Kuchinsky filed a notice of appeal and demand for review of the District Committee's determination by a three-judge panel, pursuant to Code § 54.1–3935.8 After each party submitted briefs, the panel heard argument and issued an Order holding that there was substantial evidence in the record to support the District Committee's decision. Subsequently, the panel issued a Memorandum Order incorporating the District Committee's findings of fact in full and affirming its decision.

Kuchinsky appeals.

II. Analysis

A. Standard of Review

To prove that an attorney violated the Rules of Professional Conduct, the VSB must present clear and convincing evidence of the violation. Livingston v. Virginia State Bar, 286 Va. 1, 10, 744 S.E.2d 220, 224 (2013). When reviewing a disciplinary decision by a three-judge panel:

“[W]e will make an independent examination of the whole record, giving the factual findings ․ substantial weight and viewing them as prima facie correct. While not given the weight of a jury verdict, those conclusions will be sustained unless it appears they are not justified by a reasonable view of the evidence or are contrary to law.”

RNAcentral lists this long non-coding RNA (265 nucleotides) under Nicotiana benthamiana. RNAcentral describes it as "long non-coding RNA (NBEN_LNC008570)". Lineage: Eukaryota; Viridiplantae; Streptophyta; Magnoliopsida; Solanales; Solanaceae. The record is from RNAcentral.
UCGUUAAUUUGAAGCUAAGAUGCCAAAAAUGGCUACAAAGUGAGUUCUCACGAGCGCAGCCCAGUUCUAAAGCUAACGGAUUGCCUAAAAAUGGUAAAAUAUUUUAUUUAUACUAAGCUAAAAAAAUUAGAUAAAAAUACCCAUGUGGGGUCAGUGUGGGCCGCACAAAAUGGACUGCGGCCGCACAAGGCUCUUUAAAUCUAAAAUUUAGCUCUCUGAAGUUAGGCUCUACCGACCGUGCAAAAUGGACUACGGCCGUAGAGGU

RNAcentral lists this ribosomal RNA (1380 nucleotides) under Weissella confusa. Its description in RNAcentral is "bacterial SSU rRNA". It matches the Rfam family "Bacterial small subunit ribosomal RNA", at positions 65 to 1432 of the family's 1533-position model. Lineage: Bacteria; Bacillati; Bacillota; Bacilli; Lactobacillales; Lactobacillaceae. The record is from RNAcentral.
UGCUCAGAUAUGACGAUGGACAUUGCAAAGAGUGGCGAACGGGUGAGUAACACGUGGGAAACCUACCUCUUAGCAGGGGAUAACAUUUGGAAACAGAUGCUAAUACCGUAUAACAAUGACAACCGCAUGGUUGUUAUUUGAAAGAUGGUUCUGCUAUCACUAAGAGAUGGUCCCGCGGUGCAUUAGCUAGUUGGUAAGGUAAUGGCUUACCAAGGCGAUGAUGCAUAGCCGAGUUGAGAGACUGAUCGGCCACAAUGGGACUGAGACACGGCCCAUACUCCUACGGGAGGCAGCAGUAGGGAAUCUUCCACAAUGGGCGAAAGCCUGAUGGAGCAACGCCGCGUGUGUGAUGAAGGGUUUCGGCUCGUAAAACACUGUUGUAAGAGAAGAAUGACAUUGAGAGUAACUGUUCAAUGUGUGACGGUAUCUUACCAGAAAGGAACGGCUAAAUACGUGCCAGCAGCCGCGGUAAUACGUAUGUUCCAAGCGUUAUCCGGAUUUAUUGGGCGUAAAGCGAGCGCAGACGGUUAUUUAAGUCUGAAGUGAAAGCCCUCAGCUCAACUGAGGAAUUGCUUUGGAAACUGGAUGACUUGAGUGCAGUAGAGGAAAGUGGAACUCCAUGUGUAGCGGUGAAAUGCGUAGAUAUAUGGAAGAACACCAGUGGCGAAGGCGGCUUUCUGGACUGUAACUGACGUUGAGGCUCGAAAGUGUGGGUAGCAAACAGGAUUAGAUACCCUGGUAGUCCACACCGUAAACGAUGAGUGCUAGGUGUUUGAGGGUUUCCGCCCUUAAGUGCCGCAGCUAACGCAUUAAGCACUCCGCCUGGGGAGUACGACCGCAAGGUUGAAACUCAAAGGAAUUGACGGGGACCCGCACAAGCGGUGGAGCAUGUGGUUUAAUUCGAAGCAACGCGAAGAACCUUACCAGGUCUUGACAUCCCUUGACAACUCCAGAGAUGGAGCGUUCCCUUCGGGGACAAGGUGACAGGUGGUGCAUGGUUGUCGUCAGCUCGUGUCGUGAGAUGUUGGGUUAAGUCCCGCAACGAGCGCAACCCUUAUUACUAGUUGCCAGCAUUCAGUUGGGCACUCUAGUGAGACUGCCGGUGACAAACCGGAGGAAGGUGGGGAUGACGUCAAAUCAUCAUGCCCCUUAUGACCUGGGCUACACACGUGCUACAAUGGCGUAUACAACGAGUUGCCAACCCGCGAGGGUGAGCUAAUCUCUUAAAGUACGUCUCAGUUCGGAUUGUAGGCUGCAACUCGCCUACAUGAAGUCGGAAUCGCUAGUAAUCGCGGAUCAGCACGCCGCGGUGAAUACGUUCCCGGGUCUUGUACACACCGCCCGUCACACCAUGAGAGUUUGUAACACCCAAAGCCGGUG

Green v. Virginia State Bar ex rel. Seventh Dist. Comm., 274 Va. 775, 783, 652 S.E.2d 118, 121 (2007) (quoting El–Amin v. Virginia State Bar, 257 Va. 608, 612, 514 S.E.2d 163, 165 (1999)). Furthermore, “[c]onsistent with well-established appellate principles, we view the evidence and all reasonable inferences that may be drawn therefrom in the light most favorable to the Bar, the prevailing party below.” Id.

B. Kuchinsky's “Right to a Meaningful Appeal ”

In his first assignment of error, Kuchinsky argues that he was deprived of his right to a meaningful appeal because the District Committee's Determination stated under each finding of a Rule violation: “Respondent's actions that violated this rule include, but are not limited to, the following.” (Emphasis added.) Because the listings of facts which followed were not exhaustive, Kuchinsky asserts that the three-judge panel could not properly determine which facts the District Committee considered in making its decision.